Suburgatory: (full season)
Revenge: (full season)
Pan Am (“tumbled dangerously,” “soon to be grounded,” ordered six additional scripts and hired a veteran showrunner in half-assed show of support): 100

Final Leaderboard:

Homeboys In Outer Space: 2140 points
Remember the Terriers: 625 points
The Heat Vision and Jacks: 425 points
Jacoby’s Team: 325
The Viva Laughlins: 75
The Magic Hours: -175

Message Board:

Andy Greenwald (Homeboys In Outer Space): 2140 points
How best to comport oneself in a blowout? As the points pile up and the outcome becomes more inevitable than a crass ethnic joke on a Whitney Cummings sitcom, is it better to be a Kobe — taking nothing for granted, still poring over print-outs of thefutoncritic.com with an eye towards the midseason — or a Madsen? I can’t say I’ve been dancing, exactly, but ever since three-quarters of my team went belly-up before November 1, I have been smugly taking my sunglasses off and then putting them back on again a lot, like David Caruso in a strobelight factory. Look, it’s not my fault I can sniff out network stinkers with all the graceful economy of a truffle-hunting pig. And I won’t apologize for knowing you can never go broke underestimating the sense of humor of the average Nielsen family and thus avoiding Last Man Standing and 2 Broke Girls. The only people who have ever come close to losing it all by targeting the bottom of the barrel are the suits at NBC. As for beating my boss by margin higher than a perfect SAT score? Well, all I can do is release my inner Birdman and ask: Y U Mad, Dan Fierman?

Yes, the scoreboard may never have been in doubt but that doesn’t mean the season wasn’t a fun one to observe. It’s one thing to passively accrue points for someone else’s failure and another to openly root for it. Outside of the snarky charms of Suburgatory did any of this season’s new shows deserve a spot next to Chopped on your DVR? There aren’t this many turkeys in a Butterball slaughterhouse. Though our enterprise may have been cynical in its design it was certainly no worse than the Mad Men-baiting Pan Am, a show as edgy and intoxicating as a slushy virgin daquiri. At least last season had Lone Star, a risky, wholly original drama as inspired as it was doomed. So let this be a lesson to the back-benchers in Burbank: when there are no good shows to cheer for, we end up cheering for something else entirely.

Dan Fierman (The Heat Vision and Jacks): 425 points
I blame myself. There’s nothing worse than looking back at the draft board, realizing Durant (Playboy Club) was sitting right there and knowing you took Oden (Grimm). I stand by my scouting: Friday night death slot. Supernatural premise. Floundering network. But, in retrospect, a Mad Men Ripoff heavy portfolio was the way to go. At least I saw the death of Prime Suspect and Allen Gregory. But it’s cold comfort.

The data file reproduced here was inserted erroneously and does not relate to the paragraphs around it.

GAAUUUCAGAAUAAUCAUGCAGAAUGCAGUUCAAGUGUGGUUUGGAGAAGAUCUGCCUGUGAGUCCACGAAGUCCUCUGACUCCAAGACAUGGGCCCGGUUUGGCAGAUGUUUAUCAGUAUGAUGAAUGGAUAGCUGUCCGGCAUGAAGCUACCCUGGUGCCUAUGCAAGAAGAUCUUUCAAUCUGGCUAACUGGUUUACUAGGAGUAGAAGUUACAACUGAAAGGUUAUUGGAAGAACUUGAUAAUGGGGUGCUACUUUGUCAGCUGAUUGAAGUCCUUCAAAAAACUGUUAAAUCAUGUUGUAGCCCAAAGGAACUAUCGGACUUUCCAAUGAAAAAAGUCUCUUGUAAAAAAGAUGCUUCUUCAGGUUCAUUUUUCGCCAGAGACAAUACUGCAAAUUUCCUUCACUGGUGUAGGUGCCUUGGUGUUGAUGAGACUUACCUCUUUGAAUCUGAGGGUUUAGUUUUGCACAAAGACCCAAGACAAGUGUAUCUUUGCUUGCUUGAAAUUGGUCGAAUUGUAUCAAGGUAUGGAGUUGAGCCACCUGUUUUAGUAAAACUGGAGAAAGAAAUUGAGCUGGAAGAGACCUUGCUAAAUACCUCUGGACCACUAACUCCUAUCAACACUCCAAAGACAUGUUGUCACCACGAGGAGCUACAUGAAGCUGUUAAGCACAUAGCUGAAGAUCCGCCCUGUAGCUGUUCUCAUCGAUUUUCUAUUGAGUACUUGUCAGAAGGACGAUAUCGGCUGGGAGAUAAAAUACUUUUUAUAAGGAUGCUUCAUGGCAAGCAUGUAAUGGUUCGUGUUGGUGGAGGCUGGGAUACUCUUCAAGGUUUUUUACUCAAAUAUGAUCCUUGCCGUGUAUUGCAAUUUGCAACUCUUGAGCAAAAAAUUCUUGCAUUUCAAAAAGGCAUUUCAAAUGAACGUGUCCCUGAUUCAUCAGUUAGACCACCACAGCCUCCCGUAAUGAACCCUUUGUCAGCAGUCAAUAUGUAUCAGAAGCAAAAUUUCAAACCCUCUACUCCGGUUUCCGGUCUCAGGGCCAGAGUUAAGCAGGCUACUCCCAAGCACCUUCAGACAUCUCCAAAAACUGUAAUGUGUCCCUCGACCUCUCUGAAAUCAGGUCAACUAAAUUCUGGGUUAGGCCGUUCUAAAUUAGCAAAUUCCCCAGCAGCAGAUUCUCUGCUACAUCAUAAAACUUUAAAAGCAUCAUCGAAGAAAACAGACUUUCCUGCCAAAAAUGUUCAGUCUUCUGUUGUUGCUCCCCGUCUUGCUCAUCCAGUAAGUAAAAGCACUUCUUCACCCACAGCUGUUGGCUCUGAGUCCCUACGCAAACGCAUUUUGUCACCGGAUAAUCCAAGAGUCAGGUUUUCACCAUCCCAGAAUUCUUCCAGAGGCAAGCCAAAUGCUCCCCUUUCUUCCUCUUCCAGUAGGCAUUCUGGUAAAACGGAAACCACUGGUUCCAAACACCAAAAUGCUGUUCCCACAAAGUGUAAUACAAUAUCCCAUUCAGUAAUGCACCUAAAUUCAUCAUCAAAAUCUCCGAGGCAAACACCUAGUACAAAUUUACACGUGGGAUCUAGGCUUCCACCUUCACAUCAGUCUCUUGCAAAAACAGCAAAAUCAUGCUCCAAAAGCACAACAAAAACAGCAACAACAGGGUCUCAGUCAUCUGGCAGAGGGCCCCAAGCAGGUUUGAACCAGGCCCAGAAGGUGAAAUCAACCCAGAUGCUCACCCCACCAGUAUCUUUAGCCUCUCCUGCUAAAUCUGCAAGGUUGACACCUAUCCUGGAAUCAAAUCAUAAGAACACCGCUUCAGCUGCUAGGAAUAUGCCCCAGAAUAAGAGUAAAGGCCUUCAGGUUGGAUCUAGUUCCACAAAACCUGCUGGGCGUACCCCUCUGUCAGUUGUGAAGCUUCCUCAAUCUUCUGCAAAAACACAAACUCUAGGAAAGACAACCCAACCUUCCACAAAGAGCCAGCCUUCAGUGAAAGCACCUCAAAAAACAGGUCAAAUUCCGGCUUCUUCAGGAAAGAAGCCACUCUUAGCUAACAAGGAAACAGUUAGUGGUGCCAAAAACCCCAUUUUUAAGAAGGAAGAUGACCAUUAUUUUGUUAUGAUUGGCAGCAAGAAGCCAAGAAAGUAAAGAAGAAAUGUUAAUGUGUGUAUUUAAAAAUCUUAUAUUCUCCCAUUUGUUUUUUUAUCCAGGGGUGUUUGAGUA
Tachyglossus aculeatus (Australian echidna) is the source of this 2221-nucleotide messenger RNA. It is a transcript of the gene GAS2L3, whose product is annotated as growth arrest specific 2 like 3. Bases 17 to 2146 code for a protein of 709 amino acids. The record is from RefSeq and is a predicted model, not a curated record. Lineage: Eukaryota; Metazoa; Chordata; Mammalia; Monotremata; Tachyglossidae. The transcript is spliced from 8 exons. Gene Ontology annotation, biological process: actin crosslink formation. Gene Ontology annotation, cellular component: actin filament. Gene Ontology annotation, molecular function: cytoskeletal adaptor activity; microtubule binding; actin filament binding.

In conclusion, Andy Greenwald? You’re fired.

Lane Brown (The Viva Laughlins): 75 points
If there’s one lesson to be gleaned from the disappointing non-failure of I Hate My Teenage Daughter — which was my last hope for cancellation points this season — it’s that America is finally ready to dislike children again, which means it’s time to bring back Kid Nation. And if there are two lessons to extract, the second is that it’s shockingly still possible for pretty much everybody to overestimate the tastes of American audiences, which is encouraging news for the networks, particularly CBS. And if anybody has time for a third lesson, here it is: I totally sucked at this game! Congrats, Andy.

Chris Ryan (Remember the Terriers): 625 points
I really should have known better. Last week, as I returned to Whitney in much the same way Ellen Burstyn returns to diet pills in Requiem For A Dream, I had something of a realization. As Chris D’Elia’s “Alex,” noting an Ambien-riddled, sleeping “Whitney” (played assuredly by Whitney Cummings), began to pleasure himself in bed … on the NBC network … on a Thursday night … it occurred to me that of the many mistakes I’ve made in my life (slandering the Croatian mafia, dating a someone taller than me, drinking milk on a hot day in San Diego), choosing Whitney with my first pick in the Grantland TV Cancellation Draft might be No. 1. Regrets, I’ve had a few.

Should Whitney have been cancelled? Sure. I guess. Was there ever a chance that this Two and a Half Men (minus one and a half men and plus a feisty, neck-snapping woman) style sitcom was going to get the axe? Not in this lifetime.

So here I am, a loser, sitting at a bar muttering, “I used to be in a Cancellation League … it’s a tough racket.” What do they call it when you pick a quarterback and receiver on the same team for your fantasy squad? Handcuffing? Sentencing? That was my thinking behind Whitney and Up All Night. I clearly underestimated the audience for comedies about having kids and not wanting kids.

I also apparently underestimated the audience for an incomprehensible show about Sarah Michelle Gellar playing twins. Or rather, I underestimated the CW’s threshold for broadcasting television to 11 people.

At least I got How To Be A Gentleman right. In terms of America’s thirst for a G-rated comedy featuring Cricket from It’s Always Sunny… and Johnny Drama from Entourage I am basically psychic. Catch me reading tarot cards at a dilapidated boardwalk near you.


Previously: Cancellation Scorecard: Five TV Lessons We’ve Learned This Fall
Fall TV Cancellation Fantasy Scorecard: Playboy Club Disappoints, Free Agents Is Doomed
Introducing the Fall TV Cancellation Fantasy League
Your Fall TV Cancellation Forecast

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Filed Under: Fall TV Cancellation Fantasy League

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Andy Greenwald is a staff writer for Grantland.

Archive @ andygreenwald